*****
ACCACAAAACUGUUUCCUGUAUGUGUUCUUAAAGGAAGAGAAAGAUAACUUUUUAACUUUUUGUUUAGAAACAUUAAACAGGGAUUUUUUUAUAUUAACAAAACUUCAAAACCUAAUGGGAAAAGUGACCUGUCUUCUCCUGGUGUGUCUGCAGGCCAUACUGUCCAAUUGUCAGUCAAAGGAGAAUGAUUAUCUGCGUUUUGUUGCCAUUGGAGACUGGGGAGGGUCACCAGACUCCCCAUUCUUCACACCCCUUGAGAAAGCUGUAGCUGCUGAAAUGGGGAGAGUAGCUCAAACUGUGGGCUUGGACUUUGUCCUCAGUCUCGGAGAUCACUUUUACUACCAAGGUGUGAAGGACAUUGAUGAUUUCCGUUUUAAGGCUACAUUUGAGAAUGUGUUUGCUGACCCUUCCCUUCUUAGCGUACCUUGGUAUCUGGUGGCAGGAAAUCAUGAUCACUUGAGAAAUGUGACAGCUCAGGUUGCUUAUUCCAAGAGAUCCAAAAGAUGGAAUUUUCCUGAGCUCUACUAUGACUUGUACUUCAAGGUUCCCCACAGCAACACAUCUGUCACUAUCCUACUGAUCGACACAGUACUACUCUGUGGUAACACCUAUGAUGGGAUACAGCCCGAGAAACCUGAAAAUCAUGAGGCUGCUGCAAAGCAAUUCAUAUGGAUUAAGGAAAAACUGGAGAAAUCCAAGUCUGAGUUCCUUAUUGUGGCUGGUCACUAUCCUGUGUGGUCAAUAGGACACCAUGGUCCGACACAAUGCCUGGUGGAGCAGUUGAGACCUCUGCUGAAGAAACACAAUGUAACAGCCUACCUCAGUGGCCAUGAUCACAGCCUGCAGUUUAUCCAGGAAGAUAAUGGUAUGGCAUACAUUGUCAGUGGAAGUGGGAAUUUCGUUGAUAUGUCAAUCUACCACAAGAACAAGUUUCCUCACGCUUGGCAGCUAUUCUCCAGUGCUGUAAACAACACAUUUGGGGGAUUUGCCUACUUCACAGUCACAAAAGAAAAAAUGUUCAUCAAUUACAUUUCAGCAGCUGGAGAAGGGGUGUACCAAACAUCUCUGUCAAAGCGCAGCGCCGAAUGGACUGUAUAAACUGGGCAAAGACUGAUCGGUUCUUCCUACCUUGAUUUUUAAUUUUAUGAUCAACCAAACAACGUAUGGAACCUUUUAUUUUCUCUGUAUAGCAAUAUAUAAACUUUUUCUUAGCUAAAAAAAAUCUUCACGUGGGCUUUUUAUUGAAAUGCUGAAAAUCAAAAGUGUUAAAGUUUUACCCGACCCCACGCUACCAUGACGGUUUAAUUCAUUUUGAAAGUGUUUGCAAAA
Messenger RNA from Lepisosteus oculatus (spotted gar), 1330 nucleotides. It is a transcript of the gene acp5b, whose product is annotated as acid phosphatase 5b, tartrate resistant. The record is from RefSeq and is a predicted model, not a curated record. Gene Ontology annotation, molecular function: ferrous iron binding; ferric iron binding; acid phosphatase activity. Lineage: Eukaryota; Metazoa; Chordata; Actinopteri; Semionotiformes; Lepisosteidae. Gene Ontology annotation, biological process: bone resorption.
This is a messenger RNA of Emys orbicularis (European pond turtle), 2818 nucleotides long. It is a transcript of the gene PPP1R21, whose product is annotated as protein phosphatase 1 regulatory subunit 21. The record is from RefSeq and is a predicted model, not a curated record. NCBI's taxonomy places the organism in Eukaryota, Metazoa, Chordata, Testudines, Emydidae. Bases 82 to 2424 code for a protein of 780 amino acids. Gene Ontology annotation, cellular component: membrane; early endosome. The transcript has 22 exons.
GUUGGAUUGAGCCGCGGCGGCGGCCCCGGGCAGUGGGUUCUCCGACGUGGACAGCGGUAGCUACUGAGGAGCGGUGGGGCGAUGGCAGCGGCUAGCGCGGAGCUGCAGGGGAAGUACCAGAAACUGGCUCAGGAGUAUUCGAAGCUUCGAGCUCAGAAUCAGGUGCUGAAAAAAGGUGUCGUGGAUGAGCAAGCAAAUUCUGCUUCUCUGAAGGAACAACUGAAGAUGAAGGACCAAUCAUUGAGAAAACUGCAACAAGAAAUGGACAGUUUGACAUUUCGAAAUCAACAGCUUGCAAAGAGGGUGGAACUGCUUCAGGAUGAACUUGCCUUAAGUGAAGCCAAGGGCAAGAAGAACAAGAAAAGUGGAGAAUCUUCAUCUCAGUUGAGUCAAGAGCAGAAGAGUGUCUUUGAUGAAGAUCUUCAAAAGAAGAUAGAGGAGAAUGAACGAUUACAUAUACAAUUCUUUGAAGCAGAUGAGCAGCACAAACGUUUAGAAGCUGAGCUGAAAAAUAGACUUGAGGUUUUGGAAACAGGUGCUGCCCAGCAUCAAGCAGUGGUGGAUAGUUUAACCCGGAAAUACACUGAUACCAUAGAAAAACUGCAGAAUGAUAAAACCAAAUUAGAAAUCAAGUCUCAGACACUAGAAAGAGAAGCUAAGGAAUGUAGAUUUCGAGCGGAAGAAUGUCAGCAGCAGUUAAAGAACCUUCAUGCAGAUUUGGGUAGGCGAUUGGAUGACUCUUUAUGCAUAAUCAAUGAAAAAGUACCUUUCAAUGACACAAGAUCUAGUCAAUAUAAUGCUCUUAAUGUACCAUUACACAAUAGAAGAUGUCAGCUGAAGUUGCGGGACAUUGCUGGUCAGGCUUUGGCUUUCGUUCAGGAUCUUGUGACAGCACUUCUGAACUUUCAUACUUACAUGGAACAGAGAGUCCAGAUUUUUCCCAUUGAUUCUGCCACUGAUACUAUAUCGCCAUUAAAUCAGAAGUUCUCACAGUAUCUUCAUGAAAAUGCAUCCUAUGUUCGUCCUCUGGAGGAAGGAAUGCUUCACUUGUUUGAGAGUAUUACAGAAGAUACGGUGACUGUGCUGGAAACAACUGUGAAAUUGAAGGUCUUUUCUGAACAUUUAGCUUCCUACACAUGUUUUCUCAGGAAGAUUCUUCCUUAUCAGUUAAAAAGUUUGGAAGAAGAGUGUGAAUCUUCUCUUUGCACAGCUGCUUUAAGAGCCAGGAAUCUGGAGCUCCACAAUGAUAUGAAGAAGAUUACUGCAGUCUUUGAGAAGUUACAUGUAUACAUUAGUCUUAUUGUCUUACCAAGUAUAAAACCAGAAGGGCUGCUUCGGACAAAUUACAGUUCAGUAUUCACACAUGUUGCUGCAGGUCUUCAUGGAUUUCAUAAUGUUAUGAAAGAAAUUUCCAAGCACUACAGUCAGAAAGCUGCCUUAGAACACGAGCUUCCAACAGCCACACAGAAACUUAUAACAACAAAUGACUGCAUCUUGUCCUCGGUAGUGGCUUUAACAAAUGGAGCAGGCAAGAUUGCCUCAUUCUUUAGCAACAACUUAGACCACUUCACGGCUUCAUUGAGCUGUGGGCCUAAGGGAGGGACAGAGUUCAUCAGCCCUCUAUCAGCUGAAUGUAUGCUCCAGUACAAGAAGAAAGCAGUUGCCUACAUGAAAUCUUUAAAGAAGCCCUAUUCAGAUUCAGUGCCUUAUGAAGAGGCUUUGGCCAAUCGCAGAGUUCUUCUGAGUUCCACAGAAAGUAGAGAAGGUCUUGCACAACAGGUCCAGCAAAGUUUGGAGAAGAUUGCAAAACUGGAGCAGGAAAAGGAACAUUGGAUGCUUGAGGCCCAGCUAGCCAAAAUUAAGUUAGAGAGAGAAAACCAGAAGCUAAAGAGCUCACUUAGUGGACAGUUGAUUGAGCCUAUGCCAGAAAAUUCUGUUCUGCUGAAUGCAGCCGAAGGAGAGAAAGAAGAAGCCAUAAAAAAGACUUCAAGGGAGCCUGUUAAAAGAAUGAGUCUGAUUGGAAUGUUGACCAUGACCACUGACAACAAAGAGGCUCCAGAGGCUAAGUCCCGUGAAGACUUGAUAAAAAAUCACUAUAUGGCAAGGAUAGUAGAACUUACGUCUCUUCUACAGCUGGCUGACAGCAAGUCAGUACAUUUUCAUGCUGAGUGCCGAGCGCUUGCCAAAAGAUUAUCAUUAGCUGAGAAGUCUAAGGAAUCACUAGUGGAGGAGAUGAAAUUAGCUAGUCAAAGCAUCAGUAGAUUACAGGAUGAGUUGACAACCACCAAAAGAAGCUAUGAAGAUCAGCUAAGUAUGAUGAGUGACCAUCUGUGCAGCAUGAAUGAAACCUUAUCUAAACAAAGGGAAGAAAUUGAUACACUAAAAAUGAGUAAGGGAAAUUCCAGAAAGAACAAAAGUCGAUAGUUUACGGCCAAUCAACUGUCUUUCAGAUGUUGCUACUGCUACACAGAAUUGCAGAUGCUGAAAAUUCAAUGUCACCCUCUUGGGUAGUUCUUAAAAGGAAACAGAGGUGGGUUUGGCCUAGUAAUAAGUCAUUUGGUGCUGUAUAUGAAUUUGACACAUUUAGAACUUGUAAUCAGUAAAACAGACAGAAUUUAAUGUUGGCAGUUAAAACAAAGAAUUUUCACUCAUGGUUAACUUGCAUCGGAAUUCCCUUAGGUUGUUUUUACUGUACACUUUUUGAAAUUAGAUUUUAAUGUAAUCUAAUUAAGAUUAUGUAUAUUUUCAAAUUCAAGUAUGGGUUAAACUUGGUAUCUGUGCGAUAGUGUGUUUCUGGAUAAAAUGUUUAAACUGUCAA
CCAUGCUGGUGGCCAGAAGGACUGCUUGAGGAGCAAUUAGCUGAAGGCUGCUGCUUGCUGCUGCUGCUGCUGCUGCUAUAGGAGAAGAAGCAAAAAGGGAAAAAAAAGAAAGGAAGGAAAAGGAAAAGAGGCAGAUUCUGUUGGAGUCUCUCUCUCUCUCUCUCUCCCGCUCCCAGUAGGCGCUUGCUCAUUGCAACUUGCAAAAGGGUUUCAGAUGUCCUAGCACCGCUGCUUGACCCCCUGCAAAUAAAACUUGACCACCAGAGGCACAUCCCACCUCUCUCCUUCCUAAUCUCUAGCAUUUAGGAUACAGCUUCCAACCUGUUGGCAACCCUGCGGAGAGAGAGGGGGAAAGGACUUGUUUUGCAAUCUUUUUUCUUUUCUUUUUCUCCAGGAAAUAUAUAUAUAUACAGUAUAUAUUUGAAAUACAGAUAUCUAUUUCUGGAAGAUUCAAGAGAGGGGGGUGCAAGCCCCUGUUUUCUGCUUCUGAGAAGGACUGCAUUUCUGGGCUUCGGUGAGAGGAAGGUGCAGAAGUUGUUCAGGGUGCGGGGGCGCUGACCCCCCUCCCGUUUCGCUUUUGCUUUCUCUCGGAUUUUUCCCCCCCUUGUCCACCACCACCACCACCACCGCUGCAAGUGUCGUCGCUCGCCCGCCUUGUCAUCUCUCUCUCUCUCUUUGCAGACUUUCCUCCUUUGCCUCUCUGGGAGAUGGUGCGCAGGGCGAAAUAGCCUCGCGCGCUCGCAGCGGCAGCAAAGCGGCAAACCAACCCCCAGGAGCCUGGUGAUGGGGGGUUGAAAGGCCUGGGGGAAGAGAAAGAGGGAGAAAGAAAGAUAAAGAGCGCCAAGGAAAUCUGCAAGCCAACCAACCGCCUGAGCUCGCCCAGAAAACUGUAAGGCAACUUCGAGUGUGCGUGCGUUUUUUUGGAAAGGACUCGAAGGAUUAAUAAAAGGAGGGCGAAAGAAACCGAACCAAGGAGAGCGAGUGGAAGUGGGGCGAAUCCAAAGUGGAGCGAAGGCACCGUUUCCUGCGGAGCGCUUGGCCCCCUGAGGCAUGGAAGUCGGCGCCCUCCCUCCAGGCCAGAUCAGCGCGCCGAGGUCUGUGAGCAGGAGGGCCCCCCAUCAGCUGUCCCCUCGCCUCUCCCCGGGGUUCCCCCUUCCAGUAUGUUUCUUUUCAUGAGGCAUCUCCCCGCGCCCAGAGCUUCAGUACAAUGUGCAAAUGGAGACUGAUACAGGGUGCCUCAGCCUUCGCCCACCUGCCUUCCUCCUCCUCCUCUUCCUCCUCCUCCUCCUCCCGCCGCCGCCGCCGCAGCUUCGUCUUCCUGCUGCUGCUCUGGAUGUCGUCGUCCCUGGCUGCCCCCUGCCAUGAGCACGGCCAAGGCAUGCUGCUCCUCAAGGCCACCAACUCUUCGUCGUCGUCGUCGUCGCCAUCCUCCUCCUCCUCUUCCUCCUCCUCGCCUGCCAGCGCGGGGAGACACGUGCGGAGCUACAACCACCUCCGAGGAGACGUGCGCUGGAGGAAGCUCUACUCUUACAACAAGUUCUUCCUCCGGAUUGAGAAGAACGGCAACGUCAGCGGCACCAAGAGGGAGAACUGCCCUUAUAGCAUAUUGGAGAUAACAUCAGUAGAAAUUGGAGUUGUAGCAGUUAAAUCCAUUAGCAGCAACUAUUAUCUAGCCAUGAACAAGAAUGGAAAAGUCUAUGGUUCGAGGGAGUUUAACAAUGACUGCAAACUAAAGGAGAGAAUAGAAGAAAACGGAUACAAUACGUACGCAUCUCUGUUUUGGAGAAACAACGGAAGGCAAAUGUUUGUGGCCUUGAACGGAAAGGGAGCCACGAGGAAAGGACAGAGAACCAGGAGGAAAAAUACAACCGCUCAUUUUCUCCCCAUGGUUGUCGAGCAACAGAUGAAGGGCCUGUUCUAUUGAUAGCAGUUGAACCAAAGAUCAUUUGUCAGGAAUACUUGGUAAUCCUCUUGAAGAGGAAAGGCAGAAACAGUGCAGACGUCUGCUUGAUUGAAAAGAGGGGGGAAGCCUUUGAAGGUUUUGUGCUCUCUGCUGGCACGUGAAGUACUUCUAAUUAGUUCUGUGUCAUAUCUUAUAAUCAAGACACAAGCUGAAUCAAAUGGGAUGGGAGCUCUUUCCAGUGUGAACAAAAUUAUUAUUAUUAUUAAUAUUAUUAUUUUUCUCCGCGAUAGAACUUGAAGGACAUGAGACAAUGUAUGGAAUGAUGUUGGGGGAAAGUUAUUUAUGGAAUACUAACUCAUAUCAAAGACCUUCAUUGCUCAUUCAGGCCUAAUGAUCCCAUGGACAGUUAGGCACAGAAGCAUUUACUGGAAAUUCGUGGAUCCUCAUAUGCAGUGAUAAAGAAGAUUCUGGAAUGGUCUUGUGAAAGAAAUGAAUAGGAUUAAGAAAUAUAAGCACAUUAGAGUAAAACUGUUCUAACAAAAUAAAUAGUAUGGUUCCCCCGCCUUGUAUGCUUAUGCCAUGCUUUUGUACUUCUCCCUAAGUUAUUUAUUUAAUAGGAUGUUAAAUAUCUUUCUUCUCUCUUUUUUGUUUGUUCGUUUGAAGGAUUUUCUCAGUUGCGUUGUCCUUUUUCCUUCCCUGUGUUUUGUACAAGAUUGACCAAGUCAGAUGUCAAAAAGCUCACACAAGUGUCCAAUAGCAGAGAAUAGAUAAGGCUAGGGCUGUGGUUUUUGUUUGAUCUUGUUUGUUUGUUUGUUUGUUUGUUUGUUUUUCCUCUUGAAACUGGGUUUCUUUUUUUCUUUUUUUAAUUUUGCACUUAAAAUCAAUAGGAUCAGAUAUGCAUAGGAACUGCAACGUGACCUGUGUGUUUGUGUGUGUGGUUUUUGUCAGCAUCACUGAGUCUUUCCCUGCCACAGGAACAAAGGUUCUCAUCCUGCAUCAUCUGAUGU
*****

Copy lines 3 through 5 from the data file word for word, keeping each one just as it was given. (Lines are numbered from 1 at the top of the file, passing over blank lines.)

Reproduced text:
This is a messenger RNA of Emys orbicularis (European pond turtle), 2818 nucleotides long. It is a transcript of the gene PPP1R21, whose product is annotated as protein phosphatase 1 regulatory subunit 21. The record is from RefSeq and is a predicted model, not a curated record. NCBI's taxonomy places the organism in Eukaryota, Metazoa, Chordata, Testudines, Emydidae. Bases 82 to 2424 code for a protein of 780 amino acids. Gene Ontology annotation, cellular component: membrane; early endosome. The transcript has 22 exons.
GUUGGAUUGAGCCGCGGCGGCGGCCCCGGGCAGUGGGUUCUCCGACGUGGACAGCGGUAGCUACUGAGGAGCGGUGGGGCGAUGGCAGCGGCUAGCGCGGAGCUGCAGGGGAAGUACCAGAAACUGGCUCAGGAGUAUUCGAAGCUUCGAGCUCAGAAUCAGGUGCUGAAAAAAGGUGUCGUGGAUGAGCAAGCAAAUUCUGCUUCUCUGAAGGAACAACUGAAGAUGAAGGACCAAUCAUUGAGAAAACUGCAACAAGAAAUGGACAGUUUGACAUUUCGAAAUCAACAGCUUGCAAAGAGGGUGGAACUGCUUCAGGAUGAACUUGCCUUAAGUGAAGCCAAGGGCAAGAAGAACAAGAAAAGUGGAGAAUCUUCAUCUCAGUUGAGUCAAGAGCAGAAGAGUGUCUUUGAUGAAGAUCUUCAAAAGAAGAUAGAGGAGAAUGAACGAUUACAUAUACAAUUCUUUGAAGCAGAUGAGCAGCACAAACGUUUAGAAGCUGAGCUGAAAAAUAGACUUGAGGUUUUGGAAACAGGUGCUGCCCAGCAUCAAGCAGUGGUGGAUAGUUUAACCCGGAAAUACACUGAUACCAUAGAAAAACUGCAGAAUGAUAAAACCAAAUUAGAAAUCAAGUCUCAGACACUAGAAAGAGAAGCUAAGGAAUGUAGAUUUCGAGCGGAAGAAUGUCAGCAGCAGUUAAAGAACCUUCAUGCAGAUUUGGGUAGGCGAUUGGAUGACUCUUUAUGCAUAAUCAAUGAAAAAGUACCUUUCAAUGACACAAGAUCUAGUCAAUAUAAUGCUCUUAAUGUACCAUUACACAAUAGAAGAUGUCAGCUGAAGUUGCGGGACAUUGCUGGUCAGGCUUUGGCUUUCGUUCAGGAUCUUGUGACAGCACUUCUGAACUUUCAUACUUACAUGGAACAGAGAGUCCAGAUUUUUCCCAUUGAUUCUGCCACUGAUACUAUAUCGCCAUUAAAUCAGAAGUUCUCACAGUAUCUUCAUGAAAAUGCAUCCUAUGUUCGUCCUCUGGAGGAAGGAAUGCUUCACUUGUUUGAGAGUAUUACAGAAGAUACGGUGACUGUGCUGGAAACAACUGUGAAAUUGAAGGUCUUUUCUGAACAUUUAGCUUCCUACACAUGUUUUCUCAGGAAGAUUCUUCCUUAUCAGUUAAAAAGUUUGGAAGAAGAGUGUGAAUCUUCUCUUUGCACAGCUGCUUUAAGAGCCAGGAAUCUGGAGCUCCACAAUGAUAUGAAGAAGAUUACUGCAGUCUUUGAGAAGUUACAUGUAUACAUUAGUCUUAUUGUCUUACCAAGUAUAAAACCAGAAGGGCUGCUUCGGACAAAUUACAGUUCAGUAUUCACACAUGUUGCUGCAGGUCUUCAUGGAUUUCAUAAUGUUAUGAAAGAAAUUUCCAAGCACUACAGUCAGAAAGCUGCCUUAGAACACGAGCUUCCAACAGCCACACAGAAACUUAUAACAACAAAUGACUGCAUCUUGUCCUCGGUAGUGGCUUUAACAAAUGGAGCAGGCAAGAUUGCCUCAUUCUUUAGCAACAACUUAGACCACUUCACGGCUUCAUUGAGCUGUGGGCCUAAGGGAGGGACAGAGUUCAUCAGCCCUCUAUCAGCUGAAUGUAUGCUCCAGUACAAGAAGAAAGCAGUUGCCUACAUGAAAUCUUUAAAGAAGCCCUAUUCAGAUUCAGUGCCUUAUGAAGAGGCUUUGGCCAAUCGCAGAGUUCUUCUGAGUUCCACAGAAAGUAGAGAAGGUCUUGCACAACAGGUCCAGCAAAGUUUGGAGAAGAUUGCAAAACUGGAGCAGGAAAAGGAACAUUGGAUGCUUGAGGCCCAGCUAGCCAAAAUUAAGUUAGAGAGAGAAAACCAGAAGCUAAAGAGCUCACUUAGUGGACAGUUGAUUGAGCCUAUGCCAGAAAAUUCUGUUCUGCUGAAUGCAGCCGAAGGAGAGAAAGAAGAAGCCAUAAAAAAGACUUCAAGGGAGCCUGUUAAAAGAAUGAGUCUGAUUGGAAUGUUGACCAUGACCACUGACAACAAAGAGGCUCCAGAGGCUAAGUCCCGUGAAGACUUGAUAAAAAAUCACUAUAUGGCAAGGAUAGUAGAACUUACGUCUCUUCUACAGCUGGCUGACAGCAAGUCAGUACAUUUUCAUGCUGAGUGCCGAGCGCUUGCCAAAAGAUUAUCAUUAGCUGAGAAGUCUAAGGAAUCACUAGUGGAGGAGAUGAAAUUAGCUAGUCAAAGCAUCAGUAGAUUACAGGAUGAGUUGACAACCACCAAAAGAAGCUAUGAAGAUCAGCUAAGUAUGAUGAGUGACCAUCUGUGCAGCAUGAAUGAAACCUUAUCUAAACAAAGGGAAGAAAUUGAUACACUAAAAAUGAGUAAGGGAAAUUCCAGAAAGAACAAAAGUCGAUAGUUUACGGCCAAUCAACUGUCUUUCAGAUGUUGCUACUGCUACACAGAAUUGCAGAUGCUGAAAAUUCAAUGUCACCCUCUUGGGUAGUUCUUAAAAGGAAACAGAGGUGGGUUUGGCCUAGUAAUAAGUCAUUUGGUGCUGUAUAUGAAUUUGACACAUUUAGAACUUGUAAUCAGUAAAACAGACAGAAUUUAAUGUUGGCAGUUAAAACAAAGAAUUUUCACUCAUGGUUAACUUGCAUCGGAAUUCCCUUAGGUUGUUUUUACUGUACACUUUUUGAAAUUAGAUUUUAAUGUAAUCUAAUUAAGAUUAUGUAUAUUUUCAAAUUCAAGUAUGGGUUAAACUUGGUAUCUGUGCGAUAGUGUGUUUCUGGAUAAAAUGUUUAAACUGUCAA
CCAUGCUGGUGGCCAGAAGGACUGCUUGAGGAGCAAUUAGCUGAAGGCUGCUGCUUGCUGCUGCUGCUGCUGCUGCUAUAGGAGAAGAAGCAAAAAGGGAAAAAAAAGAAAGGAAGGAAAAGGAAAAGAGGCAGAUUCUGUUGGAGUCUCUCUCUCUCUCUCUCUCCCGCUCCCAGUAGGCGCUUGCUCAUUGCAACUUGCAAAAGGGUUUCAGAUGUCCUAGCACCGCUGCUUGACCCCCUGCAAAUAAAACUUGACCACCAGAGGCACAUCCCACCUCUCUCCUUCCUAAUCUCUAGCAUUUAGGAUACAGCUUCCAACCUGUUGGCAACCCUGCGGAGAGAGAGGGGGAAAGGACUUGUUUUGCAAUCUUUUUUCUUUUCUUUUUCUCCAGGAAAUAUAUAUAUAUACAGUAUAUAUUUGAAAUACAGAUAUCUAUUUCUGGAAGAUUCAAGAGAGGGGGGUGCAAGCCCCUGUUUUCUGCUUCUGAGAAGGACUGCAUUUCUGGGCUUCGGUGAGAGGAAGGUGCAGAAGUUGUUCAGGGUGCGGGGGCGCUGACCCCCCUCCCGUUUCGCUUUUGCUUUCUCUCGGAUUUUUCCCCCCCUUGUCCACCACCACCACCACCACCGCUGCAAGUGUCGUCGCUCGCCCGCCUUGUCAUCUCUCUCUCUCUCUUUGCAGACUUUCCUCCUUUGCCUCUCUGGGAGAUGGUGCGCAGGGCGAAAUAGCCUCGCGCGCUCGCAGCGGCAGCAAAGCGGCAAACCAACCCCCAGGAGCCUGGUGAUGGGGGGUUGAAAGGCCUGGGGGAAGAGAAAGAGGGAGAAAGAAAGAUAAAGAGCGCCAAGGAAAUCUGCAAGCCAACCAACCGCCUGAGCUCGCCCAGAAAACUGUAAGGCAACUUCGAGUGUGCGUGCGUUUUUUUGGAAAGGACUCGAAGGAUUAAUAAAAGGAGGGCGAAAGAAACCGAACCAAGGAGAGCGAGUGGAAGUGGGGCGAAUCCAAAGUGGAGCGAAGGCACCGUUUCCUGCGGAGCGCUUGGCCCCCUGAGGCAUGGAAGUCGGCGCCCUCCCUCCAGGCCAGAUCAGCGCGCCGAGGUCUGUGAGCAGGAGGGCCCCCCAUCAGCUGUCCCCUCGCCUCUCCCCGGGGUUCCCCCUUCCAGUAUGUUUCUUUUCAUGAGGCAUCUCCCCGCGCCCAGAGCUUCAGUACAAUGUGCAAAUGGAGACUGAUACAGGGUGCCUCAGCCUUCGCCCACCUGCCUUCCUCCUCCUCCUCUUCCUCCUCCUCCUCCUCCCGCCGCCGCCGCCGCAGCUUCGUCUUCCUGCUGCUGCUCUGGAUGUCGUCGUCCCUGGCUGCCCCCUGCCAUGAGCACGGCCAAGGCAUGCUGCUCCUCAAGGCCACCAACUCUUCGUCGUCGUCGUCGUCGCCAUCCUCCUCCUCCUCUUCCUCCUCCUCGCCUGCCAGCGCGGGGAGACACGUGCGGAGCUACAACCACCUCCGAGGAGACGUGCGCUGGAGGAAGCUCUACUCUUACAACAAGUUCUUCCUCCGGAUUGAGAAGAACGGCAACGUCAGCGGCACCAAGAGGGAGAACUGCCCUUAUAGCAUAUUGGAGAUAACAUCAGUAGAAAUUGGAGUUGUAGCAGUUAAAUCCAUUAGCAGCAACUAUUAUCUAGCCAUGAACAAGAAUGGAAAAGUCUAUGGUUCGAGGGAGUUUAACAAUGACUGCAAACUAAAGGAGAGAAUAGAAGAAAACGGAUACAAUACGUACGCAUCUCUGUUUUGGAGAAACAACGGAAGGCAAAUGUUUGUGGCCUUGAACGGAAAGGGAGCCACGAGGAAAGGACAGAGAACCAGGAGGAAAAAUACAACCGCUCAUUUUCUCCCCAUGGUUGUCGAGCAACAGAUGAAGGGCCUGUUCUAUUGAUAGCAGUUGAACCAAAGAUCAUUUGUCAGGAAUACUUGGUAAUCCUCUUGAAGAGGAAAGGCAGAAACAGUGCAGACGUCUGCUUGAUUGAAAAGAGGGGGGAAGCCUUUGAAGGUUUUGUGCUCUCUGCUGGCACGUGAAGUACUUCUAAUUAGUUCUGUGUCAUAUCUUAUAAUCAAGACACAAGCUGAAUCAAAUGGGAUGGGAGCUCUUUCCAGUGUGAACAAAAUUAUUAUUAUUAUUAAUAUUAUUAUUUUUCUCCGCGAUAGAACUUGAAGGACAUGAGACAAUGUAUGGAAUGAUGUUGGGGGAAAGUUAUUUAUGGAAUACUAACUCAUAUCAAAGACCUUCAUUGCUCAUUCAGGCCUAAUGAUCCCAUGGACAGUUAGGCACAGAAGCAUUUACUGGAAAUUCGUGGAUCCUCAUAUGCAGUGAUAAAGAAGAUUCUGGAAUGGUCUUGUGAAAGAAAUGAAUAGGAUUAAGAAAUAUAAGCACAUUAGAGUAAAACUGUUCUAACAAAAUAAAUAGUAUGGUUCCCCCGCCUUGUAUGCUUAUGCCAUGCUUUUGUACUUCUCCCUAAGUUAUUUAUUUAAUAGGAUGUUAAAUAUCUUUCUUCUCUCUUUUUUGUUUGUUCGUUUGAAGGAUUUUCUCAGUUGCGUUGUCCUUUUUCCUUCCCUGUGUUUUGUACAAGAUUGACCAAGUCAGAUGUCAAAAAGCUCACACAAGUGUCCAAUAGCAGAGAAUAGAUAAGGCUAGGGCUGUGGUUUUUGUUUGAUCUUGUUUGUUUGUUUGUUUGUUUGUUUGUUUUUCCUCUUGAAACUGGGUUUCUUUUUUUCUUUUUUUAAUUUUGCACUUAAAAUCAAUAGGAUCAGAUAUGCAUAGGAACUGCAACGUGACCUGUGUGUUUGUGUGUGUGGUUUUUGUCAGCAUCACUGAGUCUUUCCCUGCCACAGGAACAAAGGUUCUCAUCCUGCAUCAUCUGAUGU